Russian ships move to resume Baltic pipeline construction

A Russian pipe-laying ship has sailed into position to resume construction of a German-Russian gas pipeline in the Baltic Sea that the United States has vehemently opposed

The maneuvers followed Russia pledging to complete the pipeline despite the threat of U.S. sanctions.

Russia's state-controlled natural gas company Gazprom has moved to finish construction of the multibillion Baltic Sea pipeline with its own resources after a Swiss company doing the building work at sea opted out of the project a year ago under the threat of U.S. sanctions.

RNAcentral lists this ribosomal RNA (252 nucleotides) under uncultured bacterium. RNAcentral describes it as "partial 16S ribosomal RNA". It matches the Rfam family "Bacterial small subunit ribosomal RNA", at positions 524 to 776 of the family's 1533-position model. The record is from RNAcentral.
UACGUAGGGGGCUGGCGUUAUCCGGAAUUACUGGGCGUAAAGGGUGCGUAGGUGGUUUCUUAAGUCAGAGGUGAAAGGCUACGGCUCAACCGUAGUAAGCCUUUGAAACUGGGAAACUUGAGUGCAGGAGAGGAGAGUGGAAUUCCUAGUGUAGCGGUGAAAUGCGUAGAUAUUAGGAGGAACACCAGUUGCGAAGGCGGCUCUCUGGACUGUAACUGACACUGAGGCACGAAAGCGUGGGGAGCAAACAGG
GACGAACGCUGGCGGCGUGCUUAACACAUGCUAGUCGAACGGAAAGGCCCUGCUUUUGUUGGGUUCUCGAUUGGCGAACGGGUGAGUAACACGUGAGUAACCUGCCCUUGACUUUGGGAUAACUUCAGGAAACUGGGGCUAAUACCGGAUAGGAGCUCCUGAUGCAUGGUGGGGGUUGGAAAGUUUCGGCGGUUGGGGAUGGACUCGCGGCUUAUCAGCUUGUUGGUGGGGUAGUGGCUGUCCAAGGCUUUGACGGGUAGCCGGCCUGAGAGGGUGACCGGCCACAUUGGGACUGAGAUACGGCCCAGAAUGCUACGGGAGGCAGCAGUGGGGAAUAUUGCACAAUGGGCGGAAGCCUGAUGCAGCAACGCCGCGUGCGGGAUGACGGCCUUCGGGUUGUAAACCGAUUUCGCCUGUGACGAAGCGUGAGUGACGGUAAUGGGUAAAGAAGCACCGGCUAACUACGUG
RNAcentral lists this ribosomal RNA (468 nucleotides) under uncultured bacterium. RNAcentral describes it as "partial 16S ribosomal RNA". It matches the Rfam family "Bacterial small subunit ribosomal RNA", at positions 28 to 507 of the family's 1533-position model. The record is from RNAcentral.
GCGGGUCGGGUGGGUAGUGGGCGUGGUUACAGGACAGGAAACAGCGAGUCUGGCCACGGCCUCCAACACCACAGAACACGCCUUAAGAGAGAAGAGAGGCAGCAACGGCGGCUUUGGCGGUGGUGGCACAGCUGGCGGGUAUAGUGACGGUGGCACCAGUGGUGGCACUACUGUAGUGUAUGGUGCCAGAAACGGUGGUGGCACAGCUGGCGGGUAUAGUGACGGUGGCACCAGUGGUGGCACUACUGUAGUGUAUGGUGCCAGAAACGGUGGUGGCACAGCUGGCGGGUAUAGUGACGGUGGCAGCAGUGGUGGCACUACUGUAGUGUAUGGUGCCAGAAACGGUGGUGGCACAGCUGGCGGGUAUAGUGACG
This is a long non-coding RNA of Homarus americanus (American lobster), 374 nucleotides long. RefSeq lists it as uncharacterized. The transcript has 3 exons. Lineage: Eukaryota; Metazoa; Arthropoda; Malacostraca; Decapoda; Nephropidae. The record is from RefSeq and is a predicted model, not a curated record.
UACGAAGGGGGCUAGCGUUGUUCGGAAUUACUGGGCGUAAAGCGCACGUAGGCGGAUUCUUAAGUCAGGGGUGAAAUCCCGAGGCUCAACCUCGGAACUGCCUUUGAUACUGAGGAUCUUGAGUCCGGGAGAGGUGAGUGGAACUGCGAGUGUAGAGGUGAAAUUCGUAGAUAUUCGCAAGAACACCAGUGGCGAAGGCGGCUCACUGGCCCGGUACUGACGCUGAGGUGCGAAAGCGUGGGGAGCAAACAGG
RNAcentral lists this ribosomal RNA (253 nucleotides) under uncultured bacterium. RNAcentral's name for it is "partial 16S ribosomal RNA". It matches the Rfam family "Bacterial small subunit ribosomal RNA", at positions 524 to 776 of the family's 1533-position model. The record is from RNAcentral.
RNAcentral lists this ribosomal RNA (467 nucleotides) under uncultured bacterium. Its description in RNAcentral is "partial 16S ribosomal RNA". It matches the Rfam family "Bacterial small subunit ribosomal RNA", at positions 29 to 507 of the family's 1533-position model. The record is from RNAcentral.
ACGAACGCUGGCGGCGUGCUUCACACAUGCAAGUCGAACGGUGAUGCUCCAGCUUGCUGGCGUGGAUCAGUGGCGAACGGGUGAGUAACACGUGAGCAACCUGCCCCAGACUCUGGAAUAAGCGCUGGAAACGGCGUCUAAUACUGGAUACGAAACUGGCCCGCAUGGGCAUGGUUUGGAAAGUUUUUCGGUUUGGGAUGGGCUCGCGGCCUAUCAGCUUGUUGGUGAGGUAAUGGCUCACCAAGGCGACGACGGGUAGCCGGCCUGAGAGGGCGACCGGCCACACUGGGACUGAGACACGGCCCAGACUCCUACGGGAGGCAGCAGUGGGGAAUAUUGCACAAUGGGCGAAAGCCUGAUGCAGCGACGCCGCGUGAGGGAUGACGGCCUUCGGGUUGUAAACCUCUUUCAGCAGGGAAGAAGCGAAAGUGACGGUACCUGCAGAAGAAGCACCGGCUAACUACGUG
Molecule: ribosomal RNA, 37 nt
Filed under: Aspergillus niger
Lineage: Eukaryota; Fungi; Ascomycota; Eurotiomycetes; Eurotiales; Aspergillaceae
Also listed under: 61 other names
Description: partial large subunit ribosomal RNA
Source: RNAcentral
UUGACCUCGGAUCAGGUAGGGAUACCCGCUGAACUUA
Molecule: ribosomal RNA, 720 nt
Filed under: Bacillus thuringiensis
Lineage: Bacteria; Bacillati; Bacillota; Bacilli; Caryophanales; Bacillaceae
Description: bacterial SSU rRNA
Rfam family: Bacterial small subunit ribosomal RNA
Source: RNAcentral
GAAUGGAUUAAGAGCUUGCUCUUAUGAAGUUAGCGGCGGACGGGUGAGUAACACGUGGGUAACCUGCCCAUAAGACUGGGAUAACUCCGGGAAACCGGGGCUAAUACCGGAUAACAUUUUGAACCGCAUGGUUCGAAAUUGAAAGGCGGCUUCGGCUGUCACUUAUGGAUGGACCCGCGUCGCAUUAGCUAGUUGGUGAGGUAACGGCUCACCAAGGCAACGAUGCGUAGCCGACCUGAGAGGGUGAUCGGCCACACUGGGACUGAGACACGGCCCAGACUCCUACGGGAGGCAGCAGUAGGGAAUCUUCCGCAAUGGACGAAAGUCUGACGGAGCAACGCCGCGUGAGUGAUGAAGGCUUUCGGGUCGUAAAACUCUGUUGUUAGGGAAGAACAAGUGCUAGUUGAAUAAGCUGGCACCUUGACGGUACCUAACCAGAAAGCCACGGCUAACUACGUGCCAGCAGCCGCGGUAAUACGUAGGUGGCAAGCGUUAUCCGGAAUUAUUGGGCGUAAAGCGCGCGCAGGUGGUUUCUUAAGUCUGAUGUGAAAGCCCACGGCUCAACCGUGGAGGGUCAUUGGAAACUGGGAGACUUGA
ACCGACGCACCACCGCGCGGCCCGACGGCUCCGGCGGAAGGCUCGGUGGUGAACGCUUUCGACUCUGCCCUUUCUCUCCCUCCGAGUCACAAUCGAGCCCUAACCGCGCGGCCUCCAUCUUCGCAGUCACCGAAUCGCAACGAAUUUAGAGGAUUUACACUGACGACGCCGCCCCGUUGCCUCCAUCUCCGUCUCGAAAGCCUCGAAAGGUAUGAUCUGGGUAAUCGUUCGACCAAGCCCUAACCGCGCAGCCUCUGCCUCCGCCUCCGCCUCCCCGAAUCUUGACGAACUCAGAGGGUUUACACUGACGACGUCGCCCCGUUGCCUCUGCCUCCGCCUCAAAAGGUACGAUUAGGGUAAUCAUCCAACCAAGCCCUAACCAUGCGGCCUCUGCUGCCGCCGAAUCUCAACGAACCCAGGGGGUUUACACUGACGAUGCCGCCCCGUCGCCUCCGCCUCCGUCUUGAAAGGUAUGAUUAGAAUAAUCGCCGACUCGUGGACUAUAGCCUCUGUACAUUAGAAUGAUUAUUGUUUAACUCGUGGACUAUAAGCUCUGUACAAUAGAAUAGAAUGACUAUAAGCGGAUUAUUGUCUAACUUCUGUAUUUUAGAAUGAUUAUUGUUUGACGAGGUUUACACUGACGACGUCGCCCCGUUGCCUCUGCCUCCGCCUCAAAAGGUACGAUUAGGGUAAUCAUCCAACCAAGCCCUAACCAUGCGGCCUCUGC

Gazprom had to send the Akademik Cherskiy on a long voyage from the port of Nakhodka on Russia's Pacific coast to the Baltics. The vessel has been moving between various Baltic ports since May as the Nord Stream 2 construction plans were thrown into uncertainty by the sanctions threat.

The U.S. has argued that the Nord Stream 2 would erode European energy security at a time when Russia-West relations have sank to post-Cold War lows due to crises such as Moscow's 2014 annexation of Ukraine's Crimea.

The Kremlin has countered by accusing Washington of trying to derail the project in a bid to force European customers to purchase U.S. liquefied natural gas instead of the cheaper Russian natural gas.